Redemption

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"May our former blockages find peace rusting beneath a wind-whipped Southwestern sun."

Home seems unfamiliar now. Twelve days toodling around The Great American Southwest has left us accustomed to continual difference. We stage for our attempted homecoming in the most alienating place in The Great American Southwest: Los Alamos, New Mexico. This state, the quirkiest in the lower forty-eight, is neither new nor Mexico, but New Mexico, more a state of consciousness than geographic territory. Here, desert turns back into verdant mountains again. The Sangre de Cristo burn crimson each sunset. A frigid wind reminds us that we left the South behind some time ago and that we're nearer the Midwest now. We're apparently headed home.

I've dreaded this last day since the day we left, expecting a mad scramble through the Cimarron, over a treacherous Raton Pass, and along the sleezy western extent of the Eastern Plains to reach home, but our dear friends Mark and Rita reminded us of US 285, a more civilized two-lane alternative which sneaks up through the middle of Colorado, an hours-shorter and seemingly less-harrowing alternative to the most primitive of the unimproved Interstates.
We suddenly have one more drive to warmly anticipate, but home seems an unlikely and curiously unwanted destination. We ramble well, the three of us, The Muse, The Otter, and I. We've been thriving on perpetual motion and I can't help but question what staying in one place might yield.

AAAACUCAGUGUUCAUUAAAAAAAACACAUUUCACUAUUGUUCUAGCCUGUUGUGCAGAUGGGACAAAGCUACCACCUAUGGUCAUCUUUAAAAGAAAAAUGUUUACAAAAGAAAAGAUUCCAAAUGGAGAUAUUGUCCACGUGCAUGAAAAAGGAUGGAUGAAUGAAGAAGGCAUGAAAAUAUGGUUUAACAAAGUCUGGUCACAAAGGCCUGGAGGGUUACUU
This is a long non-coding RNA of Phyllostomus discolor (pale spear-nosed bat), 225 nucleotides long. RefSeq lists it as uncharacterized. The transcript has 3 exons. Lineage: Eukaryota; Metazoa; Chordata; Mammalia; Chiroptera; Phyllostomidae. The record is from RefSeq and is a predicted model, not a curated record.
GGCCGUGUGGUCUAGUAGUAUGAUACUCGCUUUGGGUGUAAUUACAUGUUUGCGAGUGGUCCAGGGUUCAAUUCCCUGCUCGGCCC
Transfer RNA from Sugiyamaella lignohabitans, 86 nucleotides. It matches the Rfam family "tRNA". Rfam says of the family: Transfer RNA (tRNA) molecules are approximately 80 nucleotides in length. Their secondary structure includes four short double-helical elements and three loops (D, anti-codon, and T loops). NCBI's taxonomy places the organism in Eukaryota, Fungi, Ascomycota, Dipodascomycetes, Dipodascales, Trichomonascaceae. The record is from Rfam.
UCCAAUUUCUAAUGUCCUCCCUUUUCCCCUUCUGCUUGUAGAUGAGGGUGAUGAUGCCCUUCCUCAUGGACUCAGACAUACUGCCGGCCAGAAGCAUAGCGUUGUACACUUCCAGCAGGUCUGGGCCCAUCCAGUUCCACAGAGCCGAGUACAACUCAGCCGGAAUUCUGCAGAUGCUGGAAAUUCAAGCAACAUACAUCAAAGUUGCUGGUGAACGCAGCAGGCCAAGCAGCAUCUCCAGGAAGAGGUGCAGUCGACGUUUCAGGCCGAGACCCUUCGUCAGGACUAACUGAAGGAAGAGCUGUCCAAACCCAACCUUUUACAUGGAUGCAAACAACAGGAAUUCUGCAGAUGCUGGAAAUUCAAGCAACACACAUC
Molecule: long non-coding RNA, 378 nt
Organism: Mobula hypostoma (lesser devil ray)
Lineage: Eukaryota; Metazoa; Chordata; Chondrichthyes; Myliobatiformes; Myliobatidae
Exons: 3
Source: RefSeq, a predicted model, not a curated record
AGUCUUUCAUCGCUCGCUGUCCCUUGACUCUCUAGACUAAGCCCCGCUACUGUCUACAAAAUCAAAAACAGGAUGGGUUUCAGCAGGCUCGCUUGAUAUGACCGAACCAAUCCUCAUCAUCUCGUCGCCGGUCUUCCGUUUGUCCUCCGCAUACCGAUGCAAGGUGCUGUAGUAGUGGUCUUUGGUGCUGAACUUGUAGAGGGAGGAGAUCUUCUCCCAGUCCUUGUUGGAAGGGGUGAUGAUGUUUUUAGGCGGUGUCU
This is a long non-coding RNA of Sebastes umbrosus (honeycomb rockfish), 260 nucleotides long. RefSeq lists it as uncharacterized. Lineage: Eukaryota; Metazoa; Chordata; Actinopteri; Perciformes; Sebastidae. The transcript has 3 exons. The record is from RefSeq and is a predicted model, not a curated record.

The Muse and I slipped down to the ancient church in Albuquerque's Old Town for yesterday's Morning Mass. I felt pulled there, though I'm about as Catholic as I am Buddhist. The Muse was raised in The Church, and understands the deep symbolism playing out, but I stand awkwardly awed by the ritual. We witness a communion service rather than a mass, and I found the experience reassuring. "Forgive us our trespasses," seemed a perfect entreaty, for we have been tromping as much as toodling through these past almost two weeks, intruders in a most alien land. New Mexico seems alien crazy, images of imaginary space creatures everywhere. I came to understand that we were the aliens this time and that none of any of this region in any way belongs to any one of us. This land belongs to those and them, not to us.

Why did we come? Perhaps for the same reason I felt compelled to intrude on that morning communion service. I seek Redemption, for I am a trespasser here. I live by presumption. I feel as if I am an alien everywhere. The very concept of home feels foreign and eternally unfamiliar. I might qualify as a steward, but never as an owner. I just pass through. My presence hardly sticks except for when it does, and I might be the last one to ever notice when it does. I seek Redemption from my many presumptions. Inconspicuous though most of them might be, I know when I don't belong. I understand that I own none of any of this. I'm just visiting and always have been. By tonight, I will be just visiting home again.

Something turned this trip. Some previously blockaded portion of the world opened up for me and I can see fresh possibilities. I sense a tussle inside as I start wrestling old defenses to ground so that the rest of me might slip around them. We might remember this toodle as a turning point, the place in time forever after delineating before and after, with the before forever after receding into an ever more distant past and a future more fervently closing in on all three of us. We might remember when, but never return here again. And should this come to pass, we will have experienced the Redemption we tacitly sought here. May our trespasses find peace rusting here beneath a wind-whipped Southwestern sun.

©2020 by David A. Schmaltz - all rights reserved








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